Yogacara


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Related to Yogacara: Madhyamika

Yogacara

(yō'gəkär`ə) [Skt.,=yoga practice], philosophical school of Mahayana BuddhismBuddhism
, religion and philosophy founded in India c.525 B.C. by Siddhartha Gautama, called the Buddha. There are over 300 million Buddhists worldwide. One of the great world religions, it is divided into two main schools: the Theravada or Hinayana in Sri Lanka and SE Asia, and
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, also known as the Vijnanavada or Consciousness School. The founders of this school in India were Maitreya (270–350), his disciple Asanga (c.375–430), and Asanga's younger half-brother Vasubandhu (c.400–480), who was also the greatest systematizer of the AbhidharmaAbhidharma
[Skt.,=higher dharma, or doctrine], schools of Buddhist philosophy. Early Buddhism analyzed experience into 5 skandhas or aggregates, and alternatively into 18 dhatus or elements.
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 type of Buddhist philosophy. The school held that consciousness (vijnana) is real, but its objects are constructions and unreal. The school's teachings are thus often characterized by the phrase "consciousness-only" (citta-matra) or "representation-only" (vijnapti-matra). The content of consciousness is produced not by independently existing objects but by the inner modifications of consciousness itself. A theory of eight kinds of consciousness was formed to explain how this process functions. The deepest level of consciousness is the "store-consciousness" (alaya-vijnana), which is both individual and universal and contains the seeds or traces of past actions, which are projected into manifestation through the "defiled mind" and the six sense-consciousnesses (the five physical senses plus mind or thought). The school was transmitted to China as the Fa-hsiang. It eventually syncretized with the MadhyamikaMadhyamika
[Skt.,=of the middle], philosophical school of Mahayana Buddhism, based on the teaching of "emptiness" (see sunyata) and named for its adherence to the "middle path" between the views of existence or eternalism and nonexistence or nihilism.
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 school.

Bibliography

See D. T. Suzuki, Studies in the Lankavatara Sutra (1930); S. Radhakrishman and C. A. Moore, A Sourcebook in Indian Philosophy (1957); A. K. Chatterjee, The Yogacara Idealism (1962); C. L. Tripathi, The Problem of Knowledge in Yogacara Buddhism (1972).

References in periodicals archive ?
Lusthaus on the one hand, in line with Yogacara thought, rightly emphasizes that the world (including rupa) is accessible only within "consciousness.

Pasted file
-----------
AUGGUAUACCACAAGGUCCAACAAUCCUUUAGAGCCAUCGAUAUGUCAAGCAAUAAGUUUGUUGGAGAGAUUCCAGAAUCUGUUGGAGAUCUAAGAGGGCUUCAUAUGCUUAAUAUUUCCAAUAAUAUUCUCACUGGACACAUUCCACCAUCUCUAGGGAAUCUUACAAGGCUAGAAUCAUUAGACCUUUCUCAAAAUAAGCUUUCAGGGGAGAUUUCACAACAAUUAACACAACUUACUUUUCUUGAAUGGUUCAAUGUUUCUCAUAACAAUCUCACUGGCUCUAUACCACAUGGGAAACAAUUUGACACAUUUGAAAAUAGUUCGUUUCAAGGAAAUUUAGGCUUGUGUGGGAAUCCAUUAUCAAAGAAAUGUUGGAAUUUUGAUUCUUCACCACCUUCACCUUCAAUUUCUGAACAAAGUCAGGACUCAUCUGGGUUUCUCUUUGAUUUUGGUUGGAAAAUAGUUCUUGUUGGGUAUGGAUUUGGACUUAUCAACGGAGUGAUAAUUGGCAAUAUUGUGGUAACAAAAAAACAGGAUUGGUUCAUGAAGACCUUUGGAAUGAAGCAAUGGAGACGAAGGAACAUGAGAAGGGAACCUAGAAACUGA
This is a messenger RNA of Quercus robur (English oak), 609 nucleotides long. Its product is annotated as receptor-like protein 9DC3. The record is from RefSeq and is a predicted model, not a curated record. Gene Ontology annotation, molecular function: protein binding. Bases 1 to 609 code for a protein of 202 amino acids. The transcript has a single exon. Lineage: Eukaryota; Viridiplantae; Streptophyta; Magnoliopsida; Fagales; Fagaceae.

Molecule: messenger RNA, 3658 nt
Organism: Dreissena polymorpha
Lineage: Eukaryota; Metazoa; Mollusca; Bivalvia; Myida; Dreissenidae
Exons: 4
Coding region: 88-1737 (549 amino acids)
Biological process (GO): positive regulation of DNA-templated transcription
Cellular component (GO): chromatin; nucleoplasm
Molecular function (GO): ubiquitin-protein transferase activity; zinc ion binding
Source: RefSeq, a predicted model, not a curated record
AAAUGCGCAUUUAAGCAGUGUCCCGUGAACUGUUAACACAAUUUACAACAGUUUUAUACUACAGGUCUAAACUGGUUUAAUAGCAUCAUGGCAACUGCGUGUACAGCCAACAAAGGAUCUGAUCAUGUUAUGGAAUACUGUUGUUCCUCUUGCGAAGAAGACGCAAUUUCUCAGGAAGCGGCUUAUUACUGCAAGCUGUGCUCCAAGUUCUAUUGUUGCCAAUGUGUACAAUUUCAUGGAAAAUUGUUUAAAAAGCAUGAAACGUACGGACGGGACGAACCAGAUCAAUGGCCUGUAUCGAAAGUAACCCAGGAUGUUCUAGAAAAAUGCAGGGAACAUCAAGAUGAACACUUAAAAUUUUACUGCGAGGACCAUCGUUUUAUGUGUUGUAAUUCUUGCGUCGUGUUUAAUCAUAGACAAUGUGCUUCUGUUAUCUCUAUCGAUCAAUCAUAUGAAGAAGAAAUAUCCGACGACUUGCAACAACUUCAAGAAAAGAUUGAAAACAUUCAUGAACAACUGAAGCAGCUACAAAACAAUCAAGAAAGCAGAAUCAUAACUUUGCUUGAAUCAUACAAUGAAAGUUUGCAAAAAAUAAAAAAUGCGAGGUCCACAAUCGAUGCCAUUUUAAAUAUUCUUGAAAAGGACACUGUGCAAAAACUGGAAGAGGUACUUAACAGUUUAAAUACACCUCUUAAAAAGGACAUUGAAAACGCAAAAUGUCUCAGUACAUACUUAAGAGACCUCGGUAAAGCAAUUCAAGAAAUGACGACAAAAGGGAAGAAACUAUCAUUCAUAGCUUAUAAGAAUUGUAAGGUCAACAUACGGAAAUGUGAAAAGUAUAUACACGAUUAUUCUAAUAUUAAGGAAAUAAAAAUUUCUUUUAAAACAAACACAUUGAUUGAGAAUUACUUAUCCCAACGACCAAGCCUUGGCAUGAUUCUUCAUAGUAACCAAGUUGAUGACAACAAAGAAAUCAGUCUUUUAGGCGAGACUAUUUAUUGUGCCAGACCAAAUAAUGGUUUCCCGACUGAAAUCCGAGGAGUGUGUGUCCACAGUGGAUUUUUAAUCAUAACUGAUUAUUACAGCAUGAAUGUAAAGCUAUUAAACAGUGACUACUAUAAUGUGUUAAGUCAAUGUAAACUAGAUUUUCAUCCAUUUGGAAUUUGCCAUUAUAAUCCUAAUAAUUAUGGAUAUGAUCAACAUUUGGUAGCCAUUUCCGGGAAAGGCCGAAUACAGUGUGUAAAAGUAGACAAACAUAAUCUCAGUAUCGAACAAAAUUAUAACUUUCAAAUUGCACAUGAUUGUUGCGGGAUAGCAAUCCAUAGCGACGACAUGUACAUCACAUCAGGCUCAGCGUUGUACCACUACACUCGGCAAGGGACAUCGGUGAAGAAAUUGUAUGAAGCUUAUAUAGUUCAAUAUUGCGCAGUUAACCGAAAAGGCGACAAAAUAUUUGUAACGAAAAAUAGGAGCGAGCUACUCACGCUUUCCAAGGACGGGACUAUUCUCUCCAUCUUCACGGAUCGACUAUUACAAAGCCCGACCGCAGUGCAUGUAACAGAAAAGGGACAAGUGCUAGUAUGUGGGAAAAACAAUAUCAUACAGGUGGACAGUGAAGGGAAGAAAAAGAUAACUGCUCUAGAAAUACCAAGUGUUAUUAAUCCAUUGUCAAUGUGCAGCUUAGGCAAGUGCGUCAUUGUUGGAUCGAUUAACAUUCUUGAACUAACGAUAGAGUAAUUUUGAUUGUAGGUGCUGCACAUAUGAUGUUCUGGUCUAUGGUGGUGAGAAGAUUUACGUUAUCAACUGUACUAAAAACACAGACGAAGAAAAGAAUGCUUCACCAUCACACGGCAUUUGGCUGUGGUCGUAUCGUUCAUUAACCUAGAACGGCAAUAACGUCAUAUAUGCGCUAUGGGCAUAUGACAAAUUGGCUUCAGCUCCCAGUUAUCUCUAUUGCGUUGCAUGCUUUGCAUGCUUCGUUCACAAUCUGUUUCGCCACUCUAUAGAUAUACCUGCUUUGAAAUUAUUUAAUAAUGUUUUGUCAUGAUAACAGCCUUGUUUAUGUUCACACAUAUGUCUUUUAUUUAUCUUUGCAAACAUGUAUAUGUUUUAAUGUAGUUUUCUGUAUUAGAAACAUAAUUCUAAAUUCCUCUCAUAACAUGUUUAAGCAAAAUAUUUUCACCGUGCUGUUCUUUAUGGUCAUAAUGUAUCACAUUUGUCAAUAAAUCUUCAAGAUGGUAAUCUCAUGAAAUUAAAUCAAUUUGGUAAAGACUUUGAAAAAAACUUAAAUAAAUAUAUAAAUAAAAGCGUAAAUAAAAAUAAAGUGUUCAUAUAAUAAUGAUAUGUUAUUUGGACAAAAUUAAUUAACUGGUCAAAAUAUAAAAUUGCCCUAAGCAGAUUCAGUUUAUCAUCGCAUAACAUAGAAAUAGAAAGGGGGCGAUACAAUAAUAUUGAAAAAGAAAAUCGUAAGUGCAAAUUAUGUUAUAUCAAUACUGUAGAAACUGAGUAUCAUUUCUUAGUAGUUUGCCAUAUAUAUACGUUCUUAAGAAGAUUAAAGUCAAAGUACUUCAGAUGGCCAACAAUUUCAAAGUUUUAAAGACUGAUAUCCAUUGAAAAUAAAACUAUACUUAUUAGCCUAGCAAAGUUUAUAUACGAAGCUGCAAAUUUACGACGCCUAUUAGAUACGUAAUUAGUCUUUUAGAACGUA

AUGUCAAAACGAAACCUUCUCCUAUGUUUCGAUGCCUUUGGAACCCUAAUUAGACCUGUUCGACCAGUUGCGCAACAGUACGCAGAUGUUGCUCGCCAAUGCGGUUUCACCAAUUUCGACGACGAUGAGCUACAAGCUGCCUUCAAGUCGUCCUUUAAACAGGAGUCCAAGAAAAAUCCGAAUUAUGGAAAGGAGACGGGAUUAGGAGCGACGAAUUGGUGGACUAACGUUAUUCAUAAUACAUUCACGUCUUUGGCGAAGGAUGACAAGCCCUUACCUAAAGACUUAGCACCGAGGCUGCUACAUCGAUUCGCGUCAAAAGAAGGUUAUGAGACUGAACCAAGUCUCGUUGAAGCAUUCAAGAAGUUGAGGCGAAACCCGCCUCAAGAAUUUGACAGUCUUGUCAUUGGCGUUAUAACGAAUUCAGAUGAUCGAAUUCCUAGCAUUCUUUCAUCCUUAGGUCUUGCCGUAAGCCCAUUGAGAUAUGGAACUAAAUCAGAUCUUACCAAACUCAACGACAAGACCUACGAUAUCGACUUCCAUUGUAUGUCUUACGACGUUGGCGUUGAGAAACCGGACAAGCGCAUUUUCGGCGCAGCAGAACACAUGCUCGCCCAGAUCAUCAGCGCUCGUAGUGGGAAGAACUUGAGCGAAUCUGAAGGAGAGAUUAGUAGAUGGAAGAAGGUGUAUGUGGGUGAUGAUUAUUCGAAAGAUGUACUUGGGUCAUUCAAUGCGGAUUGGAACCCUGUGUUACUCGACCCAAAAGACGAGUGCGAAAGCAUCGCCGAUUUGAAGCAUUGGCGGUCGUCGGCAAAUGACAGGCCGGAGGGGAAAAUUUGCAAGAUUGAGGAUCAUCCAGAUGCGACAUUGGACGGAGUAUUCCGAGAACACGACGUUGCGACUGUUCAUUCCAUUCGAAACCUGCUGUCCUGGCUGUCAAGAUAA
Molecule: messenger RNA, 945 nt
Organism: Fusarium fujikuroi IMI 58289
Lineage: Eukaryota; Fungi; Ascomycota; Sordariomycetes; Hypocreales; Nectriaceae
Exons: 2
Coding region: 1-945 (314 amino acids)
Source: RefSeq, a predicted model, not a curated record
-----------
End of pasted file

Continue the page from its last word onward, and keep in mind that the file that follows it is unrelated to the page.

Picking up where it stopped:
It would indeed be surprising if Kumarila and Dharmakirti were the only Mimamsaka and Yogacara logicians of their day discussing these issues.
The history of studying Yogacara in Japan goes back a thousand years, and there are great writings on this topic today.
91 This EA passage appears to be what the Mahayana-sarpgraha is alluding to since this passage highlights the conception that consciousness is the "root" underlying the round of rebirths, which the Yogacara school utilized to support the idea of "substratum consciousness" that they posited.
The Yogacara began in India around the fourth century, some 900 years after the death of the Buddha.
Arguably, both the Madhyamika and the Yogacara should be interpreted soteriologically, which means finally that Keenan's proposals are theologically specific as well, especially in terms of being shaped by explicit soteriological commitments and the concomitant practices directed toward those ends.
The second analyzes a specific Derridean text (the Denegations), the third criticizes the Abe-Cobb strand of Buddhist-Christian dialogue for its overly logocentric emphasis (via Masao Abe's presentation of a Yogacara Buddhist-based reading of Zen), and the fourth is a marvellous analysis of the Christian doctrine of the Trinity as seen through the application of Nagarjunian/Derridean thought to conciliar theology.
Similarly, it is often argued that Yogacara school is a brand of Buddhism that accepts the existence of a self.
He accepted the same five categories from the third Huayan patriarch Fazang's Ma (643-712) taxonomy but matched the list of the scriptures to each category differently: (1) the lowest of the five, the teachings of the lesser vehicle, corresponded to the teaching of the Agama Sutras: (2) the elementary teaching of the great vehicle corresponded to that of the Yogacara teaching of the Samdhinirmocanasutra; (3) the advanced teaching of the great vehicle to the tathagatagarbha teaching of the Lotus Sutra and Nirvana Sutra; (4) the sudden teaching to the teaching of the Lankavatra ra Sutra and the Yuanjue jing; (5) the perfect teaching to the teaching of the Huayan fing.
Contexts and dialogue; Yogacara Buddhism and modern psychology on the subliminal mind.
The Yogacara ("Practice of Yoga") school of Mahayana Buddhism began as early as the second century in India but reached its height in the fourth century under the teachers Vasubandhu, Asanga, and Maitreya.
Some Buddhists--some Yogacara idealists, for example-might argue, however, that because all conditioned phenomena are mind-dependent, they are volitional and hence karmic.